Scramble to avoid RCC assets sale
The beleaguered RCC is facing the real possibility that its prized head office will go under the auctioneer's gavel.
20 June 2018 | Government
This comes amid the planned auction of its head office in Windhoek's southern industrial area.
It was reported this week that a commercial bank plans to auction off the building to recover money it had lent to the parastatal.
Herunga told Namibian Sun, however, his line ministry was working hard to avoid the sale of assets through auctioneering.
“The minister has tried to engage other ministries to ensure that we avert that assets will be auctioned off. My understanding is that he is engaging with the bank as well,” said Herunga.
Works minister John Mutorwa has written to the finance ministry in a bid to ward off the sale of RCC assets through auctioning, while making particular mention of its head office.
According to Herunga, if the head office were to be sold, a new developer stood to make considerable money off the sale of the property. He added the RCC's machinery and equipment had been sold in the past for a song by auctioneers.
Works ministry permanent secretary Willem Goeiemann has been instructed to engage RCC's lender to avoid having its property auctioned off this week, while Herunga had also received a set of instructions from Mutorwa.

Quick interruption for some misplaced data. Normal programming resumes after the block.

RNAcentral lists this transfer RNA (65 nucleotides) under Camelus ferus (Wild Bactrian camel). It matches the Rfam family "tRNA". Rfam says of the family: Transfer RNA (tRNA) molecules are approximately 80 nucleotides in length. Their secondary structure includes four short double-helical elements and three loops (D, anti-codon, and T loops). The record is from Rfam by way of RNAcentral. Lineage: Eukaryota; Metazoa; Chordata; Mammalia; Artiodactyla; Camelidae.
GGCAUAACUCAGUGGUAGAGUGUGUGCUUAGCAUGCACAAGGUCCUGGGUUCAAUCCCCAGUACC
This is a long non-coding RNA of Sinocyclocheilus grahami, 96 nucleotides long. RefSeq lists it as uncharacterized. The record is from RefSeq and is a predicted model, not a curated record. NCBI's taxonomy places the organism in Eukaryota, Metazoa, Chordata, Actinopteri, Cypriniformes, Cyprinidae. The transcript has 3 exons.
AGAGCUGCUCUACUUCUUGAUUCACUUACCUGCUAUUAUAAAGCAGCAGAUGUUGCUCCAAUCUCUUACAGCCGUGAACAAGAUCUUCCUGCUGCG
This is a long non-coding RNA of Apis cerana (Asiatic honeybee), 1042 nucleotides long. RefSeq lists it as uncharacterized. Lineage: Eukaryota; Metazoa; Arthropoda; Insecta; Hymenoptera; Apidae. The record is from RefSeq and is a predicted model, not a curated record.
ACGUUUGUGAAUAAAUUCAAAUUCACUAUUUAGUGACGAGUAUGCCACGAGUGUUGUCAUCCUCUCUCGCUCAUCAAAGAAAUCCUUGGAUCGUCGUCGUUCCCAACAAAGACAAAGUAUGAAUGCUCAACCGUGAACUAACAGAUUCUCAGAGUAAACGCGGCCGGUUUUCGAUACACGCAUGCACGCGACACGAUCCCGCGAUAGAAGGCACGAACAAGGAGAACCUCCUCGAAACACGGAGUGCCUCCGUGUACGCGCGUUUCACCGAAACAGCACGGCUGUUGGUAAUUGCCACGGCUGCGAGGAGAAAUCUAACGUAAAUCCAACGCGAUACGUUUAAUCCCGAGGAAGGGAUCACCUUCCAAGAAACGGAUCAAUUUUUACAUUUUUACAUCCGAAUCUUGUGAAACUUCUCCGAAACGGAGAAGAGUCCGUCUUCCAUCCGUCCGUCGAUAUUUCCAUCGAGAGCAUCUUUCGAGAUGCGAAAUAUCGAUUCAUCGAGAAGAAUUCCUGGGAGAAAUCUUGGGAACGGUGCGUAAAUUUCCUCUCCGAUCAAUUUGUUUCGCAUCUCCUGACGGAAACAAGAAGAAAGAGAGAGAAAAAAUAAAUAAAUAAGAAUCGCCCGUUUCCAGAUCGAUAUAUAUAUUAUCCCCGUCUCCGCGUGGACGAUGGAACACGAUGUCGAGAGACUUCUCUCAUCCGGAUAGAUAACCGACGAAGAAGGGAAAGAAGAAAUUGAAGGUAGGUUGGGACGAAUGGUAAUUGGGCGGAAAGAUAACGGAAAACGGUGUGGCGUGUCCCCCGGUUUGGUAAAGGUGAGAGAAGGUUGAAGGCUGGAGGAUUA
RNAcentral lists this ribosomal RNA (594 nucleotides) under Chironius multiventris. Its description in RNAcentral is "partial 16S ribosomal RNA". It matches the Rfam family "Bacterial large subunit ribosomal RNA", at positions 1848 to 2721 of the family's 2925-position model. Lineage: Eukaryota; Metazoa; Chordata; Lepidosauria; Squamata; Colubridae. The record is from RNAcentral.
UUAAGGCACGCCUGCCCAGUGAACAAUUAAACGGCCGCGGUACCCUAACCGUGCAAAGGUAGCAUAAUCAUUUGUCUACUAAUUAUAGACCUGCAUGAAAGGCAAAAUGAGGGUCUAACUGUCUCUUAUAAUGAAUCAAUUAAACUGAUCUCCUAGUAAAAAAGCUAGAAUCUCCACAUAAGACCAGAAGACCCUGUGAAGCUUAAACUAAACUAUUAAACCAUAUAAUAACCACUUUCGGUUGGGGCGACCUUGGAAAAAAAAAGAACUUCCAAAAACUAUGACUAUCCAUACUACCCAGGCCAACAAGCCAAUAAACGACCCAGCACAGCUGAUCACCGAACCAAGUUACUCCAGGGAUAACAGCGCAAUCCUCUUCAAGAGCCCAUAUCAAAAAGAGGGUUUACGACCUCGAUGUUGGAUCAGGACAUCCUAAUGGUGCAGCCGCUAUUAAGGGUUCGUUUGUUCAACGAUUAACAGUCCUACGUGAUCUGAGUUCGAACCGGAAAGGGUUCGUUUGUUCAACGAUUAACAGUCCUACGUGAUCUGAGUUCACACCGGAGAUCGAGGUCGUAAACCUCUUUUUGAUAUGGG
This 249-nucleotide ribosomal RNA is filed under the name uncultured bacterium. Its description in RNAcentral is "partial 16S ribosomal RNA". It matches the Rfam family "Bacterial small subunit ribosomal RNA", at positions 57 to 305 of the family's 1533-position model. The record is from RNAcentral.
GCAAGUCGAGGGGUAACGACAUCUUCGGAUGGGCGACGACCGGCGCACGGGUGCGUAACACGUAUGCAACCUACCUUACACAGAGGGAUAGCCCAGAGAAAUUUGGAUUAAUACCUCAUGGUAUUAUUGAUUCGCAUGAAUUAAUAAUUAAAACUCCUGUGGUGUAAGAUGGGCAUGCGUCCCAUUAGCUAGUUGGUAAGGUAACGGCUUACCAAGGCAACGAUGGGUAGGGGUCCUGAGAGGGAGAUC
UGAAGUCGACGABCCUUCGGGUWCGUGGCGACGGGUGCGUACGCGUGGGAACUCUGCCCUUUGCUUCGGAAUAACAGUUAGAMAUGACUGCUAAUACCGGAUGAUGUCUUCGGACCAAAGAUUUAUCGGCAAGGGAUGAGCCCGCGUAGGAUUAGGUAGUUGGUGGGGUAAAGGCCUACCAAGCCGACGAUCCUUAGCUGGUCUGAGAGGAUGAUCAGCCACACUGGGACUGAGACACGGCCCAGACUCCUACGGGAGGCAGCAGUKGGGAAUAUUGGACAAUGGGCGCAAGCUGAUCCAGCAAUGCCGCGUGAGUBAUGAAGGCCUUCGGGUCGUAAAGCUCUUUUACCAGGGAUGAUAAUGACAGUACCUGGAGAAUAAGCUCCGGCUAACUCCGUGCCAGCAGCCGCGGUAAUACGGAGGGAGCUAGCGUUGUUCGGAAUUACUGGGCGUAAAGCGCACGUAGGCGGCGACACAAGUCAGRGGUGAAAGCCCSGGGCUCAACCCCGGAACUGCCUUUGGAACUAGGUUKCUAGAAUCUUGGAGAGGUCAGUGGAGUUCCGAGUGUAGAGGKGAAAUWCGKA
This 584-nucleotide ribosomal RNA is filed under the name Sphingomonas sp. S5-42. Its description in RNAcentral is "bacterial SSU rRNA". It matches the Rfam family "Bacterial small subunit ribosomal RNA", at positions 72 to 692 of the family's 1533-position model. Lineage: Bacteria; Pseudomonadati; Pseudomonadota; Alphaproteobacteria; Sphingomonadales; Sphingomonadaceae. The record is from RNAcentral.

Nampa reported the RCC risked having its Windhoek head office auctioned off.
“The company's dire situation has been worsened by lawsuits against the company for non-payment of creditor's obligations,” Herunga wrote to Mutorwa.
In the letter, Herunga said the RCC's main financial banker, Bank Windhoek, whose outstanding debt is secured against the entire head office property, was calling up the debt and invoked the security clause, which would result in the forced disposal of the property, should the company fail to pay the outstanding instalments overdue by 30 days.
“However, the property is having an investment development portfolio of N$2 billion. If we lose the property, it will be a big loss to government,” he said.
“We thought we secured funding, but we lost it,” he continued, referring to the controversial N$580 million partnership deal the RCC had signed with Chinese company Nantong Sanjian to boost its finances and survival chances, but which government recently declared illegal.
Herunga said it was difficult to manage the company's precarious financial situation without funding.
“Without funding, we are against the wall.”
Cabinet in September 2017 proposed having the RCC placed under judicial management. Under judicial management, a manager will be appointed by the High Court to try and revive the operations of the entity, while its assets cannot be sold off to pay creditors.
Mutorwa must still table a bill to place the entity under judicial management.